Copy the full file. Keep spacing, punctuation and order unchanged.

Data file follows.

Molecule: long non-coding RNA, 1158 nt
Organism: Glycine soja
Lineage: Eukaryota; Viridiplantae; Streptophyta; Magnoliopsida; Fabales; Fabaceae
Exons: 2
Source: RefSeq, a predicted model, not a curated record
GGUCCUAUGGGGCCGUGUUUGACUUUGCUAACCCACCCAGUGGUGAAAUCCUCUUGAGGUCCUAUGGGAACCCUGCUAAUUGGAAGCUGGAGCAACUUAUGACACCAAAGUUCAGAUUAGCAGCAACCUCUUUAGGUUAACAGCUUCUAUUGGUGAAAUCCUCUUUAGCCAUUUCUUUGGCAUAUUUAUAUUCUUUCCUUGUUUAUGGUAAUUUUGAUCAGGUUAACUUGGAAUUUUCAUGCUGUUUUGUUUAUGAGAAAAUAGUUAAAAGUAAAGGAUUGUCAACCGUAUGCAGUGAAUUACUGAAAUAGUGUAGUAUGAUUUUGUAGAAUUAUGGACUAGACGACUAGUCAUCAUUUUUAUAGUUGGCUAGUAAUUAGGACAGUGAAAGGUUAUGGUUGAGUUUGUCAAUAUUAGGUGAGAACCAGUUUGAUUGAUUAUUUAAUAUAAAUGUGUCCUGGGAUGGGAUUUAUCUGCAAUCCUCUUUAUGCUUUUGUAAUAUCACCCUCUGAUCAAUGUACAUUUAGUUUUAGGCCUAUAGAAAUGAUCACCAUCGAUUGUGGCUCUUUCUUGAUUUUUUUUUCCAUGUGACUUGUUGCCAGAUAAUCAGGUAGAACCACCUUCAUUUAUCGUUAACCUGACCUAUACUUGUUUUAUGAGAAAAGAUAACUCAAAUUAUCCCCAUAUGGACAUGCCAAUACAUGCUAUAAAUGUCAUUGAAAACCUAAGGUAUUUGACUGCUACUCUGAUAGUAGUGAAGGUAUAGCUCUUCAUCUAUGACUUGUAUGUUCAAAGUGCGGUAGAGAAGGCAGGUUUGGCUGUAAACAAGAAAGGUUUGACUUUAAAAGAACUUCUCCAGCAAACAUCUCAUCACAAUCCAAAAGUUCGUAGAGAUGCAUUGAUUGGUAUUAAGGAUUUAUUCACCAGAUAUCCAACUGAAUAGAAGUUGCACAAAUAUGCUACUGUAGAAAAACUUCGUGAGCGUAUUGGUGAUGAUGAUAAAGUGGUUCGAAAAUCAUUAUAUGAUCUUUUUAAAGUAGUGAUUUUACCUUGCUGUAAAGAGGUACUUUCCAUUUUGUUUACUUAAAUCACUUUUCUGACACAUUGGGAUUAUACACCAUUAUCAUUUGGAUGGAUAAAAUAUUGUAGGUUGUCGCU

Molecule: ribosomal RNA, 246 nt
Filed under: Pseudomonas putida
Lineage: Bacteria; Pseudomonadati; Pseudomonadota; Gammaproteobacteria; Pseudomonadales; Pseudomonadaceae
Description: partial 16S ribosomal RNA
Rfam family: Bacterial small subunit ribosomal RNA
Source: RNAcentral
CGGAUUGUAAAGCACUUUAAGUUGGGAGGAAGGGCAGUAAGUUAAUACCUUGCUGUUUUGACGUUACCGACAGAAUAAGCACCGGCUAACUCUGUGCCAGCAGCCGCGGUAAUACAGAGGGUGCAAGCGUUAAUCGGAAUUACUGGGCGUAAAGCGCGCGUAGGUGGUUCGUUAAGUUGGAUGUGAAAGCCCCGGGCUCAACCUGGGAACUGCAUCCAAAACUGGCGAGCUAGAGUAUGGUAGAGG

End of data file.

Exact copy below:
Molecule: long non-coding RNA, 1158 nt
Organism: Glycine soja
Lineage: Eukaryota; Viridiplantae; Streptophyta; Magnoliopsida; Fabales; Fabaceae
Exons: 2
Source: RefSeq, a predicted model, not a curated record
GGUCCUAUGGGGCCGUGUUUGACUUUGCUAACCCACCCAGUGGUGAAAUCCUCUUGAGGUCCUAUGGGAACCCUGCUAAUUGGAAGCUGGAGCAACUUAUGACACCAAAGUUCAGAUUAGCAGCAACCUCUUUAGGUUAACAGCUUCUAUUGGUGAAAUCCUCUUUAGCCAUUUCUUUGGCAUAUUUAUAUUCUUUCCUUGUUUAUGGUAAUUUUGAUCAGGUUAACUUGGAAUUUUCAUGCUGUUUUGUUUAUGAGAAAAUAGUUAAAAGUAAAGGAUUGUCAACCGUAUGCAGUGAAUUACUGAAAUAGUGUAGUAUGAUUUUGUAGAAUUAUGGACUAGACGACUAGUCAUCAUUUUUAUAGUUGGCUAGUAAUUAGGACAGUGAAAGGUUAUGGUUGAGUUUGUCAAUAUUAGGUGAGAACCAGUUUGAUUGAUUAUUUAAUAUAAAUGUGUCCUGGGAUGGGAUUUAUCUGCAAUCCUCUUUAUGCUUUUGUAAUAUCACCCUCUGAUCAAUGUACAUUUAGUUUUAGGCCUAUAGAAAUGAUCACCAUCGAUUGUGGCUCUUUCUUGAUUUUUUUUUCCAUGUGACUUGUUGCCAGAUAAUCAGGUAGAACCACCUUCAUUUAUCGUUAACCUGACCUAUACUUGUUUUAUGAGAAAAGAUAACUCAAAUUAUCCCCAUAUGGACAUGCCAAUACAUGCUAUAAAUGUCAUUGAAAACCUAAGGUAUUUGACUGCUACUCUGAUAGUAGUGAAGGUAUAGCUCUUCAUCUAUGACUUGUAUGUUCAAAGUGCGGUAGAGAAGGCAGGUUUGGCUGUAAACAAGAAAGGUUUGACUUUAAAAGAACUUCUCCAGCAAACAUCUCAUCACAAUCCAAAAGUUCGUAGAGAUGCAUUGAUUGGUAUUAAGGAUUUAUUCACCAGAUAUCCAACUGAAUAGAAGUUGCACAAAUAUGCUACUGUAGAAAAACUUCGUGAGCGUAUUGGUGAUGAUGAUAAAGUGGUUCGAAAAUCAUUAUAUGAUCUUUUUAAAGUAGUGAUUUUACCUUGCUGUAAAGAGGUACUUUCCAUUUUGUUUACUUAAAUCACUUUUCUGACACAUUGGGAUUAUACACCAUUAUCAUUUGGAUGGAUAAAAUAUUGUAGGUUGUCGCU

Molecule: ribosomal RNA, 246 nt
Filed under: Pseudomonas putida
Lineage: Bacteria; Pseudomonadati; Pseudomonadota; Gammaproteobacteria; Pseudomonadales; Pseudomonadaceae
Description: partial 16S ribosomal RNA
Rfam family: Bacterial small subunit ribosomal RNA
Source: RNAcentral
CGGAUUGUAAAGCACUUUAAGUUGGGAGGAAGGGCAGUAAGUUAAUACCUUGCUGUUUUGACGUUACCGACAGAAUAAGCACCGGCUAACUCUGUGCCAGCAGCCGCGGUAAUACAGAGGGUGCAAGCGUUAAUCGGAAUUACUGGGCGUAAAGCGCGCGUAGGUGGUUCGUUAAGUUGGAUGUGAAAGCCCCGGGCUCAACCUGGGAACUGCAUCCAAAACUGGCGAGCUAGAGUAUGGUAGAGG